Tuesday, July 27

It’s Just Stuff

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Dear Connie Sue,

I am sending a few pictures of some mini goblets with spoons we found at my dad’s home. They are silver. We are wondering if they are valuable and to whom. I appreciate your column and hope you find our treasures worthy.

— Chris, Portland

Dear Chris,

Your dad’s snake and rat figural goblets and spoons were made around 1900. There is disagreement as to the maker and country of origin. One account indicates the Japanese made the pieces and Russia marketed them to Europeans. Some say the maker is Chinese. And then there are the crossed flags of Japan and USA in the spoon’s bowl. To me, this indicates they were made for the U.S. market by Japanese craftspeople.

Your set of six goblets and nine spoons may have been gift-packaged in a hinged lid box with a fitted silk lining. I can detect concentric lines on the goblet’s base, and I think I can see a seam on the bowls. Even with some machine production, the details and charm are the work of a craftsperson. Similar spoons or goblets sell for $5 to $12 each. They are made with a portion of silver but less than sterling silver.

Dear Connie Sue,

I have this small bag that was given to me by my great-grandmother. She gave me a lot of things when I was younger that she wanted me to have, and this bag was in my parents’ safe deposit box for over 30 years. My mother gave it back to me recently as she was moving. I remember her giving me this bag, but I don’t know any-thing about it. I would love to know more about it!

— Julia

Dear Julia,

Mesh purses were made by hand-linking tiny chain until 1902, when a machine was invented to produce metal mesh much faster. The ability to adhere enamel paint along with mass-produced bags was well received by Edwardian ladies as well as stylish young flappers of the 1920s.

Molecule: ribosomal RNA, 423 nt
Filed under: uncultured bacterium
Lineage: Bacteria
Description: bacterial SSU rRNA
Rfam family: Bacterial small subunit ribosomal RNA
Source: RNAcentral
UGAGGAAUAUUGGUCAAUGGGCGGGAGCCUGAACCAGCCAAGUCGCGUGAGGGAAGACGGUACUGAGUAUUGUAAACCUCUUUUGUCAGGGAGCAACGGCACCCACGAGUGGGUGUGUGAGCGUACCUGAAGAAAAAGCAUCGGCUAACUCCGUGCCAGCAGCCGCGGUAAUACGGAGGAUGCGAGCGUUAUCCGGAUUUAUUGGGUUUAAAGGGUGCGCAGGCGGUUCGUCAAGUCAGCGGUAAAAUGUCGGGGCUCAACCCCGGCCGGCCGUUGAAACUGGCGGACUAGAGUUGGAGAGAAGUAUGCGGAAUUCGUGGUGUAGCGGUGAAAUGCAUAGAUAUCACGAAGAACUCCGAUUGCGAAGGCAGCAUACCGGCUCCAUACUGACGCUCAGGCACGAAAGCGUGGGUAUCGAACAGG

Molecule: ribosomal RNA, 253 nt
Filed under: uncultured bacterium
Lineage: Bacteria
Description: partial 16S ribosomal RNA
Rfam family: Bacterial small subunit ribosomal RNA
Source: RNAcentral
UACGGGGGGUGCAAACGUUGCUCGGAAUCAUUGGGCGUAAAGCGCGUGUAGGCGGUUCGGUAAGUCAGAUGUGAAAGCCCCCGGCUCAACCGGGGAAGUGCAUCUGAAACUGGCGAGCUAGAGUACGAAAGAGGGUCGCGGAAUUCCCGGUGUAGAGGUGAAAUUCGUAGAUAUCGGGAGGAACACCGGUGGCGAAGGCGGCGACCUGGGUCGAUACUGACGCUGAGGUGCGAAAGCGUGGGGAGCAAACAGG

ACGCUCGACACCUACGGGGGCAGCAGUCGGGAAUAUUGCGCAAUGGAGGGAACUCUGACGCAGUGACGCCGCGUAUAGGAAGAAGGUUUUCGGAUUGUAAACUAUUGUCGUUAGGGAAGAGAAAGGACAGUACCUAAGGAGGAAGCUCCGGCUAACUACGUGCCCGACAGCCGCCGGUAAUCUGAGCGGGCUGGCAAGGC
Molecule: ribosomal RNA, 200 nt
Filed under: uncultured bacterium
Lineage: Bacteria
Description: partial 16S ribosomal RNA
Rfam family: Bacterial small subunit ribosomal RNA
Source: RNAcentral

Purses have always been collected for use and display. Purses similar to your great-grandmother’s sold for $55 in the late 1970s. They have increased five-fold. “Downton Abbey” parties caused a run on mesh bags because everyone and their sisters were attending themed dress-up parties.

Dear Connie Sue,

I purchased this metal head and foot board back in 1970. It’s very interesting and has a crest on both pieces. Could you please tell me whatever you can about the bed?

— Skip

Dear Skip,

This all-metal bed was made after World War I when mass production began and the need for furniture quickly increased. It is rather high end for manufactured beds with its square tubing, panels of pressed metal caning and, especially, the curved footboard. The missing side rails were most likely cast iron.

As is, your headboard and footboard might sell today for around $200. With the rails, the value could double. If the bed were complete and restored to the original shiny black, it should sell for $850 or more from a hot shop in a hip location.


About Author

Connie Sue Davenport, ISA AM, offers antique appraisal events, private appraisals and estate sale consulting services to individuals, businesses and organizations. Sign up for “IT’S JUST STUFF,” her FREE quarterly newsletter, at www.ConnieSue.com. Send your inquiry with photos to the mailing address or email below. Only published appraisals are free. Private appraisals are available for a fee. Call 615-672-1992 for an appointment. No appraisals are given over the phone. Connie Sue Davenport, P.O. Box 343, White House, TN 37188 615-672-1992 • email: Treasures@ConnieSue.com

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